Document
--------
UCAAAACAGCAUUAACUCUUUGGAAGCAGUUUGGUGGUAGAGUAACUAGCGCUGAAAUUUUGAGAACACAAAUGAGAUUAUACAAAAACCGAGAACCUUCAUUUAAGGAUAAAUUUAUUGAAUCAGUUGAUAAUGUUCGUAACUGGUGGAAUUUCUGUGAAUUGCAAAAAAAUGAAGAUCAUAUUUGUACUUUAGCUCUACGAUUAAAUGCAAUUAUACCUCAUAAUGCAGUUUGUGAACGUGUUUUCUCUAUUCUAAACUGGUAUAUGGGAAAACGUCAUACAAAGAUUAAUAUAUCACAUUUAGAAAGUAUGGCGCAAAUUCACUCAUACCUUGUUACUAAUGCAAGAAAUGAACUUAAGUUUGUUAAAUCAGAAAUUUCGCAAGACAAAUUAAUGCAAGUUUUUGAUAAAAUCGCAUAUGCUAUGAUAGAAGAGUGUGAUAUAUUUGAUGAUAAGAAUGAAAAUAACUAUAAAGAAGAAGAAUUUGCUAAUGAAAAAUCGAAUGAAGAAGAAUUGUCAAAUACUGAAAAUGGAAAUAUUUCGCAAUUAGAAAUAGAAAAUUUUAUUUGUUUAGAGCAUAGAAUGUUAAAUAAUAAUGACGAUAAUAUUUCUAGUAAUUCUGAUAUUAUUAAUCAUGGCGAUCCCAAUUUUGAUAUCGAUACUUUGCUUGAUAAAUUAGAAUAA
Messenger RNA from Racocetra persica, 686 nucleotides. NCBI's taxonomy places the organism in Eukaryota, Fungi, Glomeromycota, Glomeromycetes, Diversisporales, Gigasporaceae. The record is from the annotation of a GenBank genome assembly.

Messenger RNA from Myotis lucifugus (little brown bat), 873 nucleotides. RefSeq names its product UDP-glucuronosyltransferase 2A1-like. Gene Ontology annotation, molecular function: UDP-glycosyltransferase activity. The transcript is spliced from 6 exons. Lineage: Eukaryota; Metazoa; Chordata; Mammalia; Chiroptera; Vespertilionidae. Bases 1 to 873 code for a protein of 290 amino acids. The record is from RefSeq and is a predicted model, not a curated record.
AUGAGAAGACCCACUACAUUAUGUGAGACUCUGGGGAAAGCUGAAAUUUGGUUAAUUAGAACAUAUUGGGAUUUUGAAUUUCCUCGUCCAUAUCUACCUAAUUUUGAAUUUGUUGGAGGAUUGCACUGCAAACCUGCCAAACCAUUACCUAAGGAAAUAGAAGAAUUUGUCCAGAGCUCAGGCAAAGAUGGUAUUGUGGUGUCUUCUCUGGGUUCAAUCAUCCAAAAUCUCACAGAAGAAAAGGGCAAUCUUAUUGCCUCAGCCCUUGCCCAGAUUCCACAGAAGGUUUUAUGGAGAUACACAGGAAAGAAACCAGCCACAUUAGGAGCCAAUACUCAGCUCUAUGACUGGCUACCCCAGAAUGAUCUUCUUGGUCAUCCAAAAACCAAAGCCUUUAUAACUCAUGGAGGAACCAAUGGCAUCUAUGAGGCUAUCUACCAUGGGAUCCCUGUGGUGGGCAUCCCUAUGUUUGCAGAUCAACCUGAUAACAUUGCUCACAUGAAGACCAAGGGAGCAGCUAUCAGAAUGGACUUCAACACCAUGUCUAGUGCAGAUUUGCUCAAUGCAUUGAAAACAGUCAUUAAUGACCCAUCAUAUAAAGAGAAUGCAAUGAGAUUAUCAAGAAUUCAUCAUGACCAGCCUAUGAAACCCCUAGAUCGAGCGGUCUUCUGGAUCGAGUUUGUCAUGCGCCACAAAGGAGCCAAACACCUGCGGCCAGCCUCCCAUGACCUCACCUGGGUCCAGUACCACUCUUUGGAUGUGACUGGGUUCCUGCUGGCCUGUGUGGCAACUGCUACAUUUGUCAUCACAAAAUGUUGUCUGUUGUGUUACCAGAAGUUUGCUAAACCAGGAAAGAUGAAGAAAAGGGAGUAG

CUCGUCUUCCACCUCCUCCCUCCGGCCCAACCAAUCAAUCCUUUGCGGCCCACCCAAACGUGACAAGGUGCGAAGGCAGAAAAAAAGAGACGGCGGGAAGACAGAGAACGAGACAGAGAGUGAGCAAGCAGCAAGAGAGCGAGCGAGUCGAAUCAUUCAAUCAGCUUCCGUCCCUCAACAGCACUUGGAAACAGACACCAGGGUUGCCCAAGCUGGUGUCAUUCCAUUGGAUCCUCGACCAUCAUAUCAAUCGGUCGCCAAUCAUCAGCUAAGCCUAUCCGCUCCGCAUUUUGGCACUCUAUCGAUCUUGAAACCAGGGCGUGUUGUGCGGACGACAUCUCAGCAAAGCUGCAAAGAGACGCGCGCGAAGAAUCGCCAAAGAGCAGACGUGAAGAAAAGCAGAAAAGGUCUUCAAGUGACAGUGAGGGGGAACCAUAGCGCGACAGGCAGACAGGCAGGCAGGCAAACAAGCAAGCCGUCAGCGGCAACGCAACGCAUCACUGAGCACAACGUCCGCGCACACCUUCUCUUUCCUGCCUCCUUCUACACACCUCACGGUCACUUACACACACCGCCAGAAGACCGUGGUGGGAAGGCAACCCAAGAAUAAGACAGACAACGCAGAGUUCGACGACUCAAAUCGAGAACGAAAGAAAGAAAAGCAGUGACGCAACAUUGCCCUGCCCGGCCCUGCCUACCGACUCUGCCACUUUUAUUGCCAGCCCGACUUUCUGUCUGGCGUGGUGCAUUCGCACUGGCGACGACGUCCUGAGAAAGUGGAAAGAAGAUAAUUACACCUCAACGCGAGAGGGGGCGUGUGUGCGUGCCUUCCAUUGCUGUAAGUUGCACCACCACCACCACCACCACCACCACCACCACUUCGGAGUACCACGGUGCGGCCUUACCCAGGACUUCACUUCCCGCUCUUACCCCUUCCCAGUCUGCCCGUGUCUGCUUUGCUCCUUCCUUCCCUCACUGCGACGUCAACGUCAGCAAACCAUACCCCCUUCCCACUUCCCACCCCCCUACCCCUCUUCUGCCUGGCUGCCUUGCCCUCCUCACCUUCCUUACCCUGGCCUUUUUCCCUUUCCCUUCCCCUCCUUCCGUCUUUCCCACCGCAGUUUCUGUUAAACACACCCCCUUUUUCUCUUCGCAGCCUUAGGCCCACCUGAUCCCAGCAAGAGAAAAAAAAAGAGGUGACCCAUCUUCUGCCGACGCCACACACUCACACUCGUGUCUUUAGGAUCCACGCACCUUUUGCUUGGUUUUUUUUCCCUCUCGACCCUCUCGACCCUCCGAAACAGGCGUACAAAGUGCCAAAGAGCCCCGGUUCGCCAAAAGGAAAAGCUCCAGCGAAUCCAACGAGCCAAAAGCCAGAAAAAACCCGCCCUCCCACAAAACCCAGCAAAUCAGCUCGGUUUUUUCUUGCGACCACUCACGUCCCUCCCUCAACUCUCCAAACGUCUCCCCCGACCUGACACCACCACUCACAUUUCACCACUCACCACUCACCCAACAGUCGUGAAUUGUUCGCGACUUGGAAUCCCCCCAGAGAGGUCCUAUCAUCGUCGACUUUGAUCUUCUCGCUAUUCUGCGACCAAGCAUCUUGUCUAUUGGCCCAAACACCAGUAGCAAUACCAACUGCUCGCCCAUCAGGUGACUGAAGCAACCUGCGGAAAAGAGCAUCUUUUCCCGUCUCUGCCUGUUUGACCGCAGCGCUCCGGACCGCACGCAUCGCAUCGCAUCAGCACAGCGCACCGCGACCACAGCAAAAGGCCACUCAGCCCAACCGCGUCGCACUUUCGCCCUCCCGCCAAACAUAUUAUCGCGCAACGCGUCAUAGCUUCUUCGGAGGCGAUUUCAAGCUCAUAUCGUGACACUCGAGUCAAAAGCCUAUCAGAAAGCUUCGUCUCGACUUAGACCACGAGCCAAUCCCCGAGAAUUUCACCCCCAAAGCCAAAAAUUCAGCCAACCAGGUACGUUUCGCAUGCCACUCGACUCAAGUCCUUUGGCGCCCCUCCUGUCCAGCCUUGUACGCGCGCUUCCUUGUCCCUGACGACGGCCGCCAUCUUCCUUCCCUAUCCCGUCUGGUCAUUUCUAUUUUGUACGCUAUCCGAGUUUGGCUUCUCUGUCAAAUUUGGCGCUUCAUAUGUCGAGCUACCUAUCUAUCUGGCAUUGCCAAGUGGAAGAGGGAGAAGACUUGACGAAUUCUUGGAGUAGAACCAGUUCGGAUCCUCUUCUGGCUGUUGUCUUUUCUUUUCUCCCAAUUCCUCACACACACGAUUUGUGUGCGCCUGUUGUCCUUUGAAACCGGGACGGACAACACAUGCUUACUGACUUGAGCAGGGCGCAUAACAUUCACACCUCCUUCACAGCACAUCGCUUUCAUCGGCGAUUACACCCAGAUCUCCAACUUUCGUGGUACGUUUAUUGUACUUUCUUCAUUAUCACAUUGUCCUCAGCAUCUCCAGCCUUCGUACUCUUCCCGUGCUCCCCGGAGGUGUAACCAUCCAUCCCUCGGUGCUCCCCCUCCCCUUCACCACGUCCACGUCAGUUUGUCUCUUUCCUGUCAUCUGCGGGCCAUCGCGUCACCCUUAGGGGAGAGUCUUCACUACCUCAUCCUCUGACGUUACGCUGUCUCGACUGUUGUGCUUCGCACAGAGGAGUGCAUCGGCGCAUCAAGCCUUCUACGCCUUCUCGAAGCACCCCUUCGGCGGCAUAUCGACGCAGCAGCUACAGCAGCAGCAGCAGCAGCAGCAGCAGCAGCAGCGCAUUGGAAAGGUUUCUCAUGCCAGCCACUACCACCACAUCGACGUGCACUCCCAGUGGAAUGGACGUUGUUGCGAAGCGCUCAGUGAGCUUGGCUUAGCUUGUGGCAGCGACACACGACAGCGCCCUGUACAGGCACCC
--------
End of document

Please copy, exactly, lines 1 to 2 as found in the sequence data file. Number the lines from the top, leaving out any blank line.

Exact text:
UCAAAACAGCAUUAACUCUUUGGAAGCAGUUUGGUGGUAGAGUAACUAGCGCUGAAAUUUUGAGAACACAAAUGAGAUUAUACAAAAACCGAGAACCUUCAUUUAAGGAUAAAUUUAUUGAAUCAGUUGAUAAUGUUCGUAACUGGUGGAAUUUCUGUGAAUUGCAAAAAAAUGAAGAUCAUAUUUGUACUUUAGCUCUACGAUUAAAUGCAAUUAUACCUCAUAAUGCAGUUUGUGAACGUGUUUUCUCUAUUCUAAACUGGUAUAUGGGAAAACGUCAUACAAAGAUUAAUAUAUCACAUUUAGAAAGUAUGGCGCAAAUUCACUCAUACCUUGUUACUAAUGCAAGAAAUGAACUUAAGUUUGUUAAAUCAGAAAUUUCGCAAGACAAAUUAAUGCAAGUUUUUGAUAAAAUCGCAUAUGCUAUGAUAGAAGAGUGUGAUAUAUUUGAUGAUAAGAAUGAAAAUAACUAUAAAGAAGAAGAAUUUGCUAAUGAAAAAUCGAAUGAAGAAGAAUUGUCAAAUACUGAAAAUGGAAAUAUUUCGCAAUUAGAAAUAGAAAAUUUUAUUUGUUUAGAGCAUAGAAUGUUAAAUAAUAAUGACGAUAAUAUUUCUAGUAAUUCUGAUAUUAUUAAUCAUGGCGAUCCCAAUUUUGAUAUCGAUACUUUGCUUGAUAAAUUAGAAUAA
Messenger RNA from Racocetra persica, 686 nucleotides. NCBI's taxonomy places the organism in Eukaryota, Fungi, Glomeromycota, Glomeromycetes, Diversisporales, Gigasporaceae. The record is from the annotation of a GenBank genome assembly.